Who Are All These Old People At My High School Reunion??

It doesn’t seem possible it’s been 30 (GULP!) YEARS! since I and a hundred+ others made our exit from high school. C’mon! How can this be? I remember my PARENTS (and they were totally ancient then) planning their 25th reunion, from the same high school I might add. This can’t possibly be happening to me, to us, my classmates of yore.

I hear myself using the phrase ‘back in the day’ a lot lately. I don’t like that, no, sir. I don’t like that one bit! Excuse me a moment, “Hey, you kids! Get outta my yard!” Anyway, where was I? Oh, yeah, Thirty Years High School Reunion.

I have to say that I really loved school. It was small and, as mentioned, we only had a little over a hundred in our graduating class. The even cooler part was I’d known most of those people since kindergarten. I remember my first day very well. My big brother walked me to the door of Mrs. Lacey’s classroom before heading off to his own homeroom. See, Mom, we didn’t ALWAYS fight. As I stepped into the door I saw one of my best friends, a boy named Tom. What a relief! His mom had been my baby sitter for the past couple years. Tom was also the only boy out of the three at the sitter who managed to escape being chased down, pinned to the ground, and kissed by yours truly. I was a bit boy crazy even as a five-year-old apparently.

Luckily, Tom did not spring to his feet and run when he saw me coming that time. I went over to where he sat on the floor playing with some rubber animals in a toy box. I distinctly remember the giraffe for some reason. Oddly, my only other clear memory of kindergarten also involves a boy I kissed. This was Gregory. I wonder if he remembers? We sealed our love with a kiss behind the mobile bookcase just prior to heading to the playground for recess. Ah, Gregory, where are you now? Sadly, Gregory and his family moved away and we didn’t make it to 1984 together.

Apparently I wasn’t too heartbroken as I found my next boyfriend, David, quickly enough. In the grand scheme of things it was looking pretty good for David and I. We were ‘an item’ from First to Third grade and then again in Fifth. Fourth grade took me temporarily away from my known friends and into the realm of strangers. Back then there were two elementary schools and I was given the option of spending that year in the other one. Best decision I ever made as an exiting third grader! I made some pretty awesome new friends! If they are reading this they know who they are. (Sherry, Jay, DeRue)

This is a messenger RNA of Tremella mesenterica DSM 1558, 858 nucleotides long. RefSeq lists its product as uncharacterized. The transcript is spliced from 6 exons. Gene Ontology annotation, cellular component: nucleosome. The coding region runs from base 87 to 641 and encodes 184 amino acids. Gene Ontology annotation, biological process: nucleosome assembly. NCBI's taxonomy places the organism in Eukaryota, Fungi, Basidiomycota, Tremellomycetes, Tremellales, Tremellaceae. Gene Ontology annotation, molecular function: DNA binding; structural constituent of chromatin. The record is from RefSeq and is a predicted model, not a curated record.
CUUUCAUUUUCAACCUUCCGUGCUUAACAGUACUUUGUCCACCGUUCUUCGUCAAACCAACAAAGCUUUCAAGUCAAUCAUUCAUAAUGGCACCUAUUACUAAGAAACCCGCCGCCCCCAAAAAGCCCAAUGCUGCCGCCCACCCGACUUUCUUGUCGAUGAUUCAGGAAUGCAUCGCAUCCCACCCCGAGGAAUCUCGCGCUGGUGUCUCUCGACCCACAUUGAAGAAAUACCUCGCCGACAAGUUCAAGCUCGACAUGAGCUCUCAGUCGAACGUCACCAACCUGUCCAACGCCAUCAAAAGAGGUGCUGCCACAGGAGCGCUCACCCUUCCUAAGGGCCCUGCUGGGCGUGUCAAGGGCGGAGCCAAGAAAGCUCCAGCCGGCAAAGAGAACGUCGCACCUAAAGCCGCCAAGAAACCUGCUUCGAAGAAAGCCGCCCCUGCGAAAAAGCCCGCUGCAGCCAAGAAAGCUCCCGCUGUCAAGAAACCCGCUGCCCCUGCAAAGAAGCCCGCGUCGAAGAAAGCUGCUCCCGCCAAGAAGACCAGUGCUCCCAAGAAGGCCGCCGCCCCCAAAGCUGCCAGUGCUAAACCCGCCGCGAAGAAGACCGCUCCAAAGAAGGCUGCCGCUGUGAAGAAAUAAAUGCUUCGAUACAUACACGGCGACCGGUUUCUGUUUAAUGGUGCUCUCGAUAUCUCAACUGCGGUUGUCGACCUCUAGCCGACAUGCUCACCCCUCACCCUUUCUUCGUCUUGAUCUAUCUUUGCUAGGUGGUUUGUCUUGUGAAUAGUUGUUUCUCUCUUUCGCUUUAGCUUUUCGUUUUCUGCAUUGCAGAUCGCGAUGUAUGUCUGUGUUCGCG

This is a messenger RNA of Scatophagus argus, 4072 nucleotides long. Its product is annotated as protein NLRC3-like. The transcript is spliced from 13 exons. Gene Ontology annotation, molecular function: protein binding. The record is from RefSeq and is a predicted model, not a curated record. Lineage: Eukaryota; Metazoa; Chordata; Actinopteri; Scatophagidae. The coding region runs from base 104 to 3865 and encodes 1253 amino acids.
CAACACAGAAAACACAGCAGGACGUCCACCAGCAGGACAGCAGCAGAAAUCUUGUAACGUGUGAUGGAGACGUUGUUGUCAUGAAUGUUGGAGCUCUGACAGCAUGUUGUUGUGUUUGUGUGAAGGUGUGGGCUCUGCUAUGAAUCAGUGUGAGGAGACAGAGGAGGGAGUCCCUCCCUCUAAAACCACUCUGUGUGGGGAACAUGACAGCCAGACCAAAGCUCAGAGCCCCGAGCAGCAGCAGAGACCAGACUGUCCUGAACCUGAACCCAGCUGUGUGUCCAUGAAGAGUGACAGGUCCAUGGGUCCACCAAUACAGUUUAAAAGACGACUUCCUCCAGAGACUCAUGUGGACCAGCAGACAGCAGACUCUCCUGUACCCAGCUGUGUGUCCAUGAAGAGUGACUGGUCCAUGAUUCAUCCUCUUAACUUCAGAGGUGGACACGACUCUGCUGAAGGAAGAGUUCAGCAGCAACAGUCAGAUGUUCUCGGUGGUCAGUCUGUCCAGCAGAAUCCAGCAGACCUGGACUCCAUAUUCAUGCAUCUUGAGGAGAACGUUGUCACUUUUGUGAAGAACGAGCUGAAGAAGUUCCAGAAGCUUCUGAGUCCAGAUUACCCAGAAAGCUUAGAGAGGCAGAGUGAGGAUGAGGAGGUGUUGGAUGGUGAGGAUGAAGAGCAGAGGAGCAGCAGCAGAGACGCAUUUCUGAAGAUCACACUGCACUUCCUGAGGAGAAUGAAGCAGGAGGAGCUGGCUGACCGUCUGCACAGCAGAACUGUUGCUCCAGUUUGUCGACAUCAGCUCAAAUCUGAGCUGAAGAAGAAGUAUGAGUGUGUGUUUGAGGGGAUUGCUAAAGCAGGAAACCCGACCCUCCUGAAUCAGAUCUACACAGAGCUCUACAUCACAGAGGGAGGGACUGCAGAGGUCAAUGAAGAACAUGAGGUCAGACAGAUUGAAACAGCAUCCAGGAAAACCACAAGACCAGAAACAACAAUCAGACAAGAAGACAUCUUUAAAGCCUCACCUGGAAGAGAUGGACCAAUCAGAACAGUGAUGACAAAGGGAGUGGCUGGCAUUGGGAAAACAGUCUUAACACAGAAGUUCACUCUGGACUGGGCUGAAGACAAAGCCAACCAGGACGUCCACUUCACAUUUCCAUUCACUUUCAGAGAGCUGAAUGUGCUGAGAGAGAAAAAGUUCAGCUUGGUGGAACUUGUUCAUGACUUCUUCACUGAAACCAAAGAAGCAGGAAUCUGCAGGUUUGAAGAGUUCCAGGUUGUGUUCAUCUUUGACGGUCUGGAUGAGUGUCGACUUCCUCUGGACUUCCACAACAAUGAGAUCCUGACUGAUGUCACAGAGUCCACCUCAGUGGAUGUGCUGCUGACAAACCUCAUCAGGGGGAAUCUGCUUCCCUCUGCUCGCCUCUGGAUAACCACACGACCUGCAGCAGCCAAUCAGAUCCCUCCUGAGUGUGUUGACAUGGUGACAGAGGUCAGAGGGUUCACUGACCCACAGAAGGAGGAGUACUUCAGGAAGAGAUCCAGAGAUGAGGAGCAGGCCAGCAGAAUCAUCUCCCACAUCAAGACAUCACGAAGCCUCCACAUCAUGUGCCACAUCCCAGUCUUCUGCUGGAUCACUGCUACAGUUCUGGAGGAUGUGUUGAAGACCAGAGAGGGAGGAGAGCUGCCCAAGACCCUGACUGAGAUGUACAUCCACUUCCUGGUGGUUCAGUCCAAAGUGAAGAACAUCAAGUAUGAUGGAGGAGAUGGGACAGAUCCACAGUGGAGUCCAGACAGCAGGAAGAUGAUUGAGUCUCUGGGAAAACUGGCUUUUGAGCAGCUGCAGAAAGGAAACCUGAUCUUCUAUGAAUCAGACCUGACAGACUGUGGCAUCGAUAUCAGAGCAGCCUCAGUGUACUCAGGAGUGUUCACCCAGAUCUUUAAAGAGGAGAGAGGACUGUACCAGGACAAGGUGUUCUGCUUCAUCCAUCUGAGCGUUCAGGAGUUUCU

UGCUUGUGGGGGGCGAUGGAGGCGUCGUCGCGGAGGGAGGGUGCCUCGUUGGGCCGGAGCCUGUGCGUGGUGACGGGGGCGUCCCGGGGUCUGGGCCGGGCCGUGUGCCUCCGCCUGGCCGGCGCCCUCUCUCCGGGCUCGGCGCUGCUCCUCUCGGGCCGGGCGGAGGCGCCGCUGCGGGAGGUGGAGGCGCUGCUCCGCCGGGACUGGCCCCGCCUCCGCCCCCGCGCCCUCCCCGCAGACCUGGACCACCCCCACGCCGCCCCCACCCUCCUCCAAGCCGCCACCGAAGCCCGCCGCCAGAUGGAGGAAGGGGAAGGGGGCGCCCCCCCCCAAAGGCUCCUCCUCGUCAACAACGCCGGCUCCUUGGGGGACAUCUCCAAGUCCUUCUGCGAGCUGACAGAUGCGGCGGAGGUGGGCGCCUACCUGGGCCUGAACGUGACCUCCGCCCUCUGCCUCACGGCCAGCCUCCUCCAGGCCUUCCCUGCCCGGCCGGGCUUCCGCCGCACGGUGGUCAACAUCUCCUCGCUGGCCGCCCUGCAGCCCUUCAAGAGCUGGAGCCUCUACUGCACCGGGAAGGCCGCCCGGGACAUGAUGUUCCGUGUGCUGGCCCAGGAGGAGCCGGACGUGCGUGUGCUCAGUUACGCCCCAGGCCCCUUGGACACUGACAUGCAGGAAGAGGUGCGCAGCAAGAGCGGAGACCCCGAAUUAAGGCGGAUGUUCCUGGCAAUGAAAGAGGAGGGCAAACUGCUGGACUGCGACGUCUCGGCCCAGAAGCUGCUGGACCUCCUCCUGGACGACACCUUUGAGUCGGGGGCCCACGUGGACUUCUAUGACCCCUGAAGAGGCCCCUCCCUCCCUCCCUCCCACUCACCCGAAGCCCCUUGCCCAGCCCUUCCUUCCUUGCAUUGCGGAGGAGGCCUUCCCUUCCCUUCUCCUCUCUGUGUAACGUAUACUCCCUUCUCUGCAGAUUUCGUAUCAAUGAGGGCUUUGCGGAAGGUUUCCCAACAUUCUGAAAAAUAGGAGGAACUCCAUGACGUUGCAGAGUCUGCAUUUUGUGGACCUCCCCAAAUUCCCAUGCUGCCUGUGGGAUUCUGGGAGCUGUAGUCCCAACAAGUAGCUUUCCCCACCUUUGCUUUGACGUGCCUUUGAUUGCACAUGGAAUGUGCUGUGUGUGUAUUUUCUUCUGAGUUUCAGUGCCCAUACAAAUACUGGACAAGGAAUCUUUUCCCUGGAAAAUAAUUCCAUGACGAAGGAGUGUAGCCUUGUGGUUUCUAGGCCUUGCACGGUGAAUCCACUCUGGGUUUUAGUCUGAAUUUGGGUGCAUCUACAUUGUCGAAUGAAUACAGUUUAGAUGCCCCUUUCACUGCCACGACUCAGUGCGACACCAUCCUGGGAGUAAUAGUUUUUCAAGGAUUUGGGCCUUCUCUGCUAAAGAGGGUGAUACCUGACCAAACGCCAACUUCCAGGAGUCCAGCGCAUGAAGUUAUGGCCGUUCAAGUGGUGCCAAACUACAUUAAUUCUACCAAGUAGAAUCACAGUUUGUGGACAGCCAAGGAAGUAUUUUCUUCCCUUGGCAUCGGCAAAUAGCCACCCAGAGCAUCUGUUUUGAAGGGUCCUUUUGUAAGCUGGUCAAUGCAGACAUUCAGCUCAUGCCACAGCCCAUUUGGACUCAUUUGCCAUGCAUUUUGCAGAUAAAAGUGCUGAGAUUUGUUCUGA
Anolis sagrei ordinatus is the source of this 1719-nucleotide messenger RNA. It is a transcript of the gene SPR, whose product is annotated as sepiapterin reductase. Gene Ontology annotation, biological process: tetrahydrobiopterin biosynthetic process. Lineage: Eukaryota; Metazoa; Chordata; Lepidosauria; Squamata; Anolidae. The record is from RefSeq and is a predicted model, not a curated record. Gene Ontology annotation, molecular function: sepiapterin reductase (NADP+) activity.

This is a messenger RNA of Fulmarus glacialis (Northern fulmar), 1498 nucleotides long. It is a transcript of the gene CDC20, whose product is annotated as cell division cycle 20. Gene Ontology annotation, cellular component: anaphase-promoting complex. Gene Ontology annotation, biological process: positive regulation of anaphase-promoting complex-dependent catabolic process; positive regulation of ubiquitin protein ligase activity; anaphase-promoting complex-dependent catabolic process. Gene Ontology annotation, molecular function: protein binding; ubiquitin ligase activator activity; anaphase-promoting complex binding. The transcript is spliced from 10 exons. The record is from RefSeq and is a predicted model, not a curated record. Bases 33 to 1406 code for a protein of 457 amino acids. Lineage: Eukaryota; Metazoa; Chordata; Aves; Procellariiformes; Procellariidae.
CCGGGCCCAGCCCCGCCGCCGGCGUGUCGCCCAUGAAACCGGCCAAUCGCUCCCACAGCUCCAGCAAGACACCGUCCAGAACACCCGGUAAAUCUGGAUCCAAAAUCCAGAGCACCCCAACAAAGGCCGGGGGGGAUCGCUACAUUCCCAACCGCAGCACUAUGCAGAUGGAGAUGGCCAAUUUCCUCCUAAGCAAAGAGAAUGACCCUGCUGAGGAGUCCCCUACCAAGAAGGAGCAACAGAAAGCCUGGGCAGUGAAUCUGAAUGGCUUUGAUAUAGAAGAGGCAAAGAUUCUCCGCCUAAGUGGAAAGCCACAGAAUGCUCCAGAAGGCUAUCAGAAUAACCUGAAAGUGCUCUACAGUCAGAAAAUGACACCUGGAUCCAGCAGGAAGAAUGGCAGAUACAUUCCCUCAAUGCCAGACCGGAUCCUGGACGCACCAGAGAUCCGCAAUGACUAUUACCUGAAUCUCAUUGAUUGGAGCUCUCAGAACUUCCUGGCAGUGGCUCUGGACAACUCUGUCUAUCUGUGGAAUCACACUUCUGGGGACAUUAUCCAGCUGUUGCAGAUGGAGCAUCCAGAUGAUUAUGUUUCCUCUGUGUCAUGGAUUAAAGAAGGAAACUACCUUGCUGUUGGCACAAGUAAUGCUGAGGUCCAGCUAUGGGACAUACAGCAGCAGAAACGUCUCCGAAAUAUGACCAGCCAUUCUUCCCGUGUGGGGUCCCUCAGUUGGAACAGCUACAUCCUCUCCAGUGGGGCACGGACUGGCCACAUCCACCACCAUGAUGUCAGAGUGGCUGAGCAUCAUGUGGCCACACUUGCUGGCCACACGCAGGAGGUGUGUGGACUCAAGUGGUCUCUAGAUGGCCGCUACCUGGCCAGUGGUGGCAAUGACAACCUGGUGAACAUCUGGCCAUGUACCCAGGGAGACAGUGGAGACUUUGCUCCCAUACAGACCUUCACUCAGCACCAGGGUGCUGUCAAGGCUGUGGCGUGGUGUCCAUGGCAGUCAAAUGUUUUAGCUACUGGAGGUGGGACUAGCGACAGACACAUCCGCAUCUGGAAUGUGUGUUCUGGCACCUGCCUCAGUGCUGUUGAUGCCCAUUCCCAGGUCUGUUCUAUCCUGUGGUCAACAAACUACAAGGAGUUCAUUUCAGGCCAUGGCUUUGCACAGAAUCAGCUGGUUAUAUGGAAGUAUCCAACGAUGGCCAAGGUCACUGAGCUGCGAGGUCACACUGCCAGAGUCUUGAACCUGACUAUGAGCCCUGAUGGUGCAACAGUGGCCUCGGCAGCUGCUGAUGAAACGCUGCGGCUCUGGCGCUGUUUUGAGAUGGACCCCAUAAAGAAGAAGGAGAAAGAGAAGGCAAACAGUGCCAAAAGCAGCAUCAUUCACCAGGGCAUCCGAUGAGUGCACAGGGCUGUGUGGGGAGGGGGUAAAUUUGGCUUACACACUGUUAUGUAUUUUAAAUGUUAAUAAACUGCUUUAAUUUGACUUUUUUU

The building I know as the middle school was the high school back in my parents’ day. I tried to be athletic during those four years. I joined the girls’ softball team. I remember playing basketball on a four person team, David (yes, THAT same David), Ted, Ruth and I. I gave tennis a shot. I head-butted Rob off the top off a pile of snow while playing “King Of The Mountain” during recess and got in trouble for calling him an a-hole. Oops! These were also the days that saw the most hideous school picture ever known to man. Let’s not even go beyond that confession. Middle school saw me leave behind my dear David for ‘the new kid’, Steve.

I began my freshman year of high school in September 1979. Monty Python’s “Life of Brian” premiered that year, The Knack’s, “My Sharrona” was topping the charts, and President Carter was attacked by a rabbit while on a canoe trip in Plains, Georgia. Of course, all I can envision now is the killer rabbit from Monty Python’s “Quest for the Holy Grail”. I was, still am, a big Monty Python fan. It cost 15 cents to mail a First Class letter and gas was a whopping 86 cents per gallon. It was during this period I had it pounded into my head to turn off the light when you leave a room, “There’s an energy crisis going on, you know?” Um, okay, Dad, whatever you say.